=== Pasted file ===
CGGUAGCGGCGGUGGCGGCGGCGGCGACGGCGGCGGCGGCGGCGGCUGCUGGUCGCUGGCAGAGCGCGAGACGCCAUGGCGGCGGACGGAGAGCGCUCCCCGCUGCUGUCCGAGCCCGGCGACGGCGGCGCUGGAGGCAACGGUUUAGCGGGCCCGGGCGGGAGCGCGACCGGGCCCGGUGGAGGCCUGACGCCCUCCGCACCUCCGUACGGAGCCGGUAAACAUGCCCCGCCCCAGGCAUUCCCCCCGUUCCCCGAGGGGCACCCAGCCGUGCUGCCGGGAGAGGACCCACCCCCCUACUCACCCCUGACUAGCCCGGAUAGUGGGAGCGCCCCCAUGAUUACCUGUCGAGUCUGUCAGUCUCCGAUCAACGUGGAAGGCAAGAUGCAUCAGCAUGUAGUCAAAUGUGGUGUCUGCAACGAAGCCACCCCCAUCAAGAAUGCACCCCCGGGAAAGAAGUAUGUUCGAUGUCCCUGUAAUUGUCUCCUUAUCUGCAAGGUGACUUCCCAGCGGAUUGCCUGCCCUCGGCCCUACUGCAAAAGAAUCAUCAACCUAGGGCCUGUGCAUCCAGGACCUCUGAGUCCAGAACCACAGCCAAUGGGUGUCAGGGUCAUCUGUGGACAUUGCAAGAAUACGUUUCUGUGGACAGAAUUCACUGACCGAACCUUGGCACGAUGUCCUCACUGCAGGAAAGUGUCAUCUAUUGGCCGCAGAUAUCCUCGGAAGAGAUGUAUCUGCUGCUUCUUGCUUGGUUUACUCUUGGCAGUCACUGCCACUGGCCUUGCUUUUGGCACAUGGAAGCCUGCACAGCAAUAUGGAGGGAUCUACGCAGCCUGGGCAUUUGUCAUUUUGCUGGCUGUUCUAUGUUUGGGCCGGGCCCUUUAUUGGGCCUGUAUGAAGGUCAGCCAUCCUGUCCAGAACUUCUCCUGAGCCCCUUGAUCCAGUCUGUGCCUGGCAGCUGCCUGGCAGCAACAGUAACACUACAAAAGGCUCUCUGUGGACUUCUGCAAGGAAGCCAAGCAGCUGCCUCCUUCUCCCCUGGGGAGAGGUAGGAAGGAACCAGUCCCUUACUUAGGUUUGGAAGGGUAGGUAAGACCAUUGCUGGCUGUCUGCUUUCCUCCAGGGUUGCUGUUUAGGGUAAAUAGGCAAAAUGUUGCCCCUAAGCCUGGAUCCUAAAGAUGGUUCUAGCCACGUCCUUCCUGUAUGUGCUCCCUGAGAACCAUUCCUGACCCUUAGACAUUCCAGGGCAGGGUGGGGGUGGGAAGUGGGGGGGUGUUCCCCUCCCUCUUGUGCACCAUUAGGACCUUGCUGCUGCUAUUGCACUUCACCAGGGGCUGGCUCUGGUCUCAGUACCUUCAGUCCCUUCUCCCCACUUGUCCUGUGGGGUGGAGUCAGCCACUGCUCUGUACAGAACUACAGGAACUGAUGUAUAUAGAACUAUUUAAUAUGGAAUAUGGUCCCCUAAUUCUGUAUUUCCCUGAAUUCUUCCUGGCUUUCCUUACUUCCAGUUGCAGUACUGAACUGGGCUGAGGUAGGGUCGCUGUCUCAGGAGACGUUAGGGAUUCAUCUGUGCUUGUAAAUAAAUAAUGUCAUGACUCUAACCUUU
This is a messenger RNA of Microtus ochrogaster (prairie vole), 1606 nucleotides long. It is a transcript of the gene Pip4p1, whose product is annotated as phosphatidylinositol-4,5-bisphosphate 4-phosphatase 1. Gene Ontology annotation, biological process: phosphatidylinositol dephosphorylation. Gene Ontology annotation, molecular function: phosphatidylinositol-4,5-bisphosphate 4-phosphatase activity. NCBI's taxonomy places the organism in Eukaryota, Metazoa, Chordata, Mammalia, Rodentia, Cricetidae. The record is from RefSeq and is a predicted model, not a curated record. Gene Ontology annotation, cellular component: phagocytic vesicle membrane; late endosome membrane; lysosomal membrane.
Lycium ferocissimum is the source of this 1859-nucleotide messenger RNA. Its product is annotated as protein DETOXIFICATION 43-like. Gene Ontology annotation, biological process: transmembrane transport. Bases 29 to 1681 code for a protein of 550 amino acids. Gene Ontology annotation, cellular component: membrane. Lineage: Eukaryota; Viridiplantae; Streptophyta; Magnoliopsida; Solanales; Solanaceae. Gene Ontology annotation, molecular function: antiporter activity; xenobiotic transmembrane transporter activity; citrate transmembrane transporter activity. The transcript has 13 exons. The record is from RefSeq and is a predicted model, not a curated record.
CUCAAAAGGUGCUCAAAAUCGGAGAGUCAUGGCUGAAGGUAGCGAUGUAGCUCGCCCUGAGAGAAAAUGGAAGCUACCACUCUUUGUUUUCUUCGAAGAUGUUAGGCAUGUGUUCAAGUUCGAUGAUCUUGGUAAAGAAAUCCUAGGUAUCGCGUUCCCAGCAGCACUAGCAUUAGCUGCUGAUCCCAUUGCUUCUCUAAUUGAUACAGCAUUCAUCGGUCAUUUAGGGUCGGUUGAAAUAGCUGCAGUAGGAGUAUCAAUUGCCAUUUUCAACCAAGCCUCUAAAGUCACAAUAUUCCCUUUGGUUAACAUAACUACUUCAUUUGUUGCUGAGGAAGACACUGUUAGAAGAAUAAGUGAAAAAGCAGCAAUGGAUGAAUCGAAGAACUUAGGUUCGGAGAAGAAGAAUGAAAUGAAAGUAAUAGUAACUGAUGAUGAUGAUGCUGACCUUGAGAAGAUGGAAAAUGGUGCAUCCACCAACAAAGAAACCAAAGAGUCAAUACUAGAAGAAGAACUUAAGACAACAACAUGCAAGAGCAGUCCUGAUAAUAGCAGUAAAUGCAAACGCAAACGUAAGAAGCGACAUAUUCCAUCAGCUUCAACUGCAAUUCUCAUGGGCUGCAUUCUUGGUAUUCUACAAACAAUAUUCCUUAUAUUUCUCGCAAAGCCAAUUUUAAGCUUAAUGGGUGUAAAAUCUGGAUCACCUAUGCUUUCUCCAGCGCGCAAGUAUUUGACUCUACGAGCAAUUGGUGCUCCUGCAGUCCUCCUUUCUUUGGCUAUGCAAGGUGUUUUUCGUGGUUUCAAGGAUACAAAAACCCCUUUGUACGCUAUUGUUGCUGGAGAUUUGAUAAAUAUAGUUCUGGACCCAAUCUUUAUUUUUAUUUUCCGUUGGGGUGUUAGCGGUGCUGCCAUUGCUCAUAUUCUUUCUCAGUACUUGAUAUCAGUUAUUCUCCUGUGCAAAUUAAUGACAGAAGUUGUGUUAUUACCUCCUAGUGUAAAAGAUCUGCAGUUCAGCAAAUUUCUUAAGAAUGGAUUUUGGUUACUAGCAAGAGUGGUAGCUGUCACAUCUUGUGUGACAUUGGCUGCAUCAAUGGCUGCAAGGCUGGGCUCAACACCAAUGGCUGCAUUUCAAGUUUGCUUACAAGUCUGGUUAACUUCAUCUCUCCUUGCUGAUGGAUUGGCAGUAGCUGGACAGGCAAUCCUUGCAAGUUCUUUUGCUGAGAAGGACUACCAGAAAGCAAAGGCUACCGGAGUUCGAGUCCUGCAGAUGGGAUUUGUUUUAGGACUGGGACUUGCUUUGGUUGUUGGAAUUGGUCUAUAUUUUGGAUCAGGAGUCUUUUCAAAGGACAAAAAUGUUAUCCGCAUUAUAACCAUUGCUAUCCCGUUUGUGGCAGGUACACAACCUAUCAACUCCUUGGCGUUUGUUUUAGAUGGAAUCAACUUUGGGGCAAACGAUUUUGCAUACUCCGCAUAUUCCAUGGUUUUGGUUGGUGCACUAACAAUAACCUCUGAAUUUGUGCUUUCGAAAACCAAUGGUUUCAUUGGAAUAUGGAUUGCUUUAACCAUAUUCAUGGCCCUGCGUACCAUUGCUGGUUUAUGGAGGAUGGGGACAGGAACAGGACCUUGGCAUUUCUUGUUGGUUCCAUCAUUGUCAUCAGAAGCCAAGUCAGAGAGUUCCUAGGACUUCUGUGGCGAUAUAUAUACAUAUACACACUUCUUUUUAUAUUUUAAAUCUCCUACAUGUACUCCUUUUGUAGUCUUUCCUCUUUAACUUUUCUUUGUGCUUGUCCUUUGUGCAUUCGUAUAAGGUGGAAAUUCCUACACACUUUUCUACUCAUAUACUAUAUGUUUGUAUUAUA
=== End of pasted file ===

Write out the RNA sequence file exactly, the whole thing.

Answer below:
CGGUAGCGGCGGUGGCGGCGGCGGCGACGGCGGCGGCGGCGGCGGCUGCUGGUCGCUGGCAGAGCGCGAGACGCCAUGGCGGCGGACGGAGAGCGCUCCCCGCUGCUGUCCGAGCCCGGCGACGGCGGCGCUGGAGGCAACGGUUUAGCGGGCCCGGGCGGGAGCGCGACCGGGCCCGGUGGAGGCCUGACGCCCUCCGCACCUCCGUACGGAGCCGGUAAACAUGCCCCGCCCCAGGCAUUCCCCCCGUUCCCCGAGGGGCACCCAGCCGUGCUGCCGGGAGAGGACCCACCCCCCUACUCACCCCUGACUAGCCCGGAUAGUGGGAGCGCCCCCAUGAUUACCUGUCGAGUCUGUCAGUCUCCGAUCAACGUGGAAGGCAAGAUGCAUCAGCAUGUAGUCAAAUGUGGUGUCUGCAACGAAGCCACCCCCAUCAAGAAUGCACCCCCGGGAAAGAAGUAUGUUCGAUGUCCCUGUAAUUGUCUCCUUAUCUGCAAGGUGACUUCCCAGCGGAUUGCCUGCCCUCGGCCCUACUGCAAAAGAAUCAUCAACCUAGGGCCUGUGCAUCCAGGACCUCUGAGUCCAGAACCACAGCCAAUGGGUGUCAGGGUCAUCUGUGGACAUUGCAAGAAUACGUUUCUGUGGACAGAAUUCACUGACCGAACCUUGGCACGAUGUCCUCACUGCAGGAAAGUGUCAUCUAUUGGCCGCAGAUAUCCUCGGAAGAGAUGUAUCUGCUGCUUCUUGCUUGGUUUACUCUUGGCAGUCACUGCCACUGGCCUUGCUUUUGGCACAUGGAAGCCUGCACAGCAAUAUGGAGGGAUCUACGCAGCCUGGGCAUUUGUCAUUUUGCUGGCUGUUCUAUGUUUGGGCCGGGCCCUUUAUUGGGCCUGUAUGAAGGUCAGCCAUCCUGUCCAGAACUUCUCCUGAGCCCCUUGAUCCAGUCUGUGCCUGGCAGCUGCCUGGCAGCAACAGUAACACUACAAAAGGCUCUCUGUGGACUUCUGCAAGGAAGCCAAGCAGCUGCCUCCUUCUCCCCUGGGGAGAGGUAGGAAGGAACCAGUCCCUUACUUAGGUUUGGAAGGGUAGGUAAGACCAUUGCUGGCUGUCUGCUUUCCUCCAGGGUUGCUGUUUAGGGUAAAUAGGCAAAAUGUUGCCCCUAAGCCUGGAUCCUAAAGAUGGUUCUAGCCACGUCCUUCCUGUAUGUGCUCCCUGAGAACCAUUCCUGACCCUUAGACAUUCCAGGGCAGGGUGGGGGUGGGAAGUGGGGGGGUGUUCCCCUCCCUCUUGUGCACCAUUAGGACCUUGCUGCUGCUAUUGCACUUCACCAGGGGCUGGCUCUGGUCUCAGUACCUUCAGUCCCUUCUCCCCACUUGUCCUGUGGGGUGGAGUCAGCCACUGCUCUGUACAGAACUACAGGAACUGAUGUAUAUAGAACUAUUUAAUAUGGAAUAUGGUCCCCUAAUUCUGUAUUUCCCUGAAUUCUUCCUGGCUUUCCUUACUUCCAGUUGCAGUACUGAACUGGGCUGAGGUAGGGUCGCUGUCUCAGGAGACGUUAGGGAUUCAUCUGUGCUUGUAAAUAAAUAAUGUCAUGACUCUAACCUUU
This is a messenger RNA of Microtus ochrogaster (prairie vole), 1606 nucleotides long. It is a transcript of the gene Pip4p1, whose product is annotated as phosphatidylinositol-4,5-bisphosphate 4-phosphatase 1. Gene Ontology annotation, biological process: phosphatidylinositol dephosphorylation. Gene Ontology annotation, molecular function: phosphatidylinositol-4,5-bisphosphate 4-phosphatase activity. NCBI's taxonomy places the organism in Eukaryota, Metazoa, Chordata, Mammalia, Rodentia, Cricetidae. The record is from RefSeq and is a predicted model, not a curated record. Gene Ontology annotation, cellular component: phagocytic vesicle membrane; late endosome membrane; lysosomal membrane.
Lycium ferocissimum is the source of this 1859-nucleotide messenger RNA. Its product is annotated as protein DETOXIFICATION 43-like. Gene Ontology annotation, biological process: transmembrane transport. Bases 29 to 1681 code for a protein of 550 amino acids. Gene Ontology annotation, cellular component: membrane. Lineage: Eukaryota; Viridiplantae; Streptophyta; Magnoliopsida; Solanales; Solanaceae. Gene Ontology annotation, molecular function: antiporter activity; xenobiotic transmembrane transporter activity; citrate transmembrane transporter activity. The transcript has 13 exons. The record is from RefSeq and is a predicted model, not a curated record.
CUCAAAAGGUGCUCAAAAUCGGAGAGUCAUGGCUGAAGGUAGCGAUGUAGCUCGCCCUGAGAGAAAAUGGAAGCUACCACUCUUUGUUUUCUUCGAAGAUGUUAGGCAUGUGUUCAAGUUCGAUGAUCUUGGUAAAGAAAUCCUAGGUAUCGCGUUCCCAGCAGCACUAGCAUUAGCUGCUGAUCCCAUUGCUUCUCUAAUUGAUACAGCAUUCAUCGGUCAUUUAGGGUCGGUUGAAAUAGCUGCAGUAGGAGUAUCAAUUGCCAUUUUCAACCAAGCCUCUAAAGUCACAAUAUUCCCUUUGGUUAACAUAACUACUUCAUUUGUUGCUGAGGAAGACACUGUUAGAAGAAUAAGUGAAAAAGCAGCAAUGGAUGAAUCGAAGAACUUAGGUUCGGAGAAGAAGAAUGAAAUGAAAGUAAUAGUAACUGAUGAUGAUGAUGCUGACCUUGAGAAGAUGGAAAAUGGUGCAUCCACCAACAAAGAAACCAAAGAGUCAAUACUAGAAGAAGAACUUAAGACAACAACAUGCAAGAGCAGUCCUGAUAAUAGCAGUAAAUGCAAACGCAAACGUAAGAAGCGACAUAUUCCAUCAGCUUCAACUGCAAUUCUCAUGGGCUGCAUUCUUGGUAUUCUACAAACAAUAUUCCUUAUAUUUCUCGCAAAGCCAAUUUUAAGCUUAAUGGGUGUAAAAUCUGGAUCACCUAUGCUUUCUCCAGCGCGCAAGUAUUUGACUCUACGAGCAAUUGGUGCUCCUGCAGUCCUCCUUUCUUUGGCUAUGCAAGGUGUUUUUCGUGGUUUCAAGGAUACAAAAACCCCUUUGUACGCUAUUGUUGCUGGAGAUUUGAUAAAUAUAGUUCUGGACCCAAUCUUUAUUUUUAUUUUCCGUUGGGGUGUUAGCGGUGCUGCCAUUGCUCAUAUUCUUUCUCAGUACUUGAUAUCAGUUAUUCUCCUGUGCAAAUUAAUGACAGAAGUUGUGUUAUUACCUCCUAGUGUAAAAGAUCUGCAGUUCAGCAAAUUUCUUAAGAAUGGAUUUUGGUUACUAGCAAGAGUGGUAGCUGUCACAUCUUGUGUGACAUUGGCUGCAUCAAUGGCUGCAAGGCUGGGCUCAACACCAAUGGCUGCAUUUCAAGUUUGCUUACAAGUCUGGUUAACUUCAUCUCUCCUUGCUGAUGGAUUGGCAGUAGCUGGACAGGCAAUCCUUGCAAGUUCUUUUGCUGAGAAGGACUACCAGAAAGCAAAGGCUACCGGAGUUCGAGUCCUGCAGAUGGGAUUUGUUUUAGGACUGGGACUUGCUUUGGUUGUUGGAAUUGGUCUAUAUUUUGGAUCAGGAGUCUUUUCAAAGGACAAAAAUGUUAUCCGCAUUAUAACCAUUGCUAUCCCGUUUGUGGCAGGUACACAACCUAUCAACUCCUUGGCGUUUGUUUUAGAUGGAAUCAACUUUGGGGCAAACGAUUUUGCAUACUCCGCAUAUUCCAUGGUUUUGGUUGGUGCACUAACAAUAACCUCUGAAUUUGUGCUUUCGAAAACCAAUGGUUUCAUUGGAAUAUGGAUUGCUUUAACCAUAUUCAUGGCCCUGCGUACCAUUGCUGGUUUAUGGAGGAUGGGGACAGGAACAGGACCUUGGCAUUUCUUGUUGGUUCCAUCAUUGUCAUCAGAAGCCAAGUCAGAGAGUUCCUAGGACUUCUGUGGCGAUAUAUAUACAUAUACACACUUCUUUUUAUAUUUUAAAUCUCCUACAUGUACUCCUUUUGUAGUCUUUCCUCUUUAACUUUUCUUUGUGCUUGUCCUUUGUGCAUUCGUAUAAGGUGGAAAUUCCUACACACUUUUCUACUCAUAUACUAUAUGUUUGUAUUAUA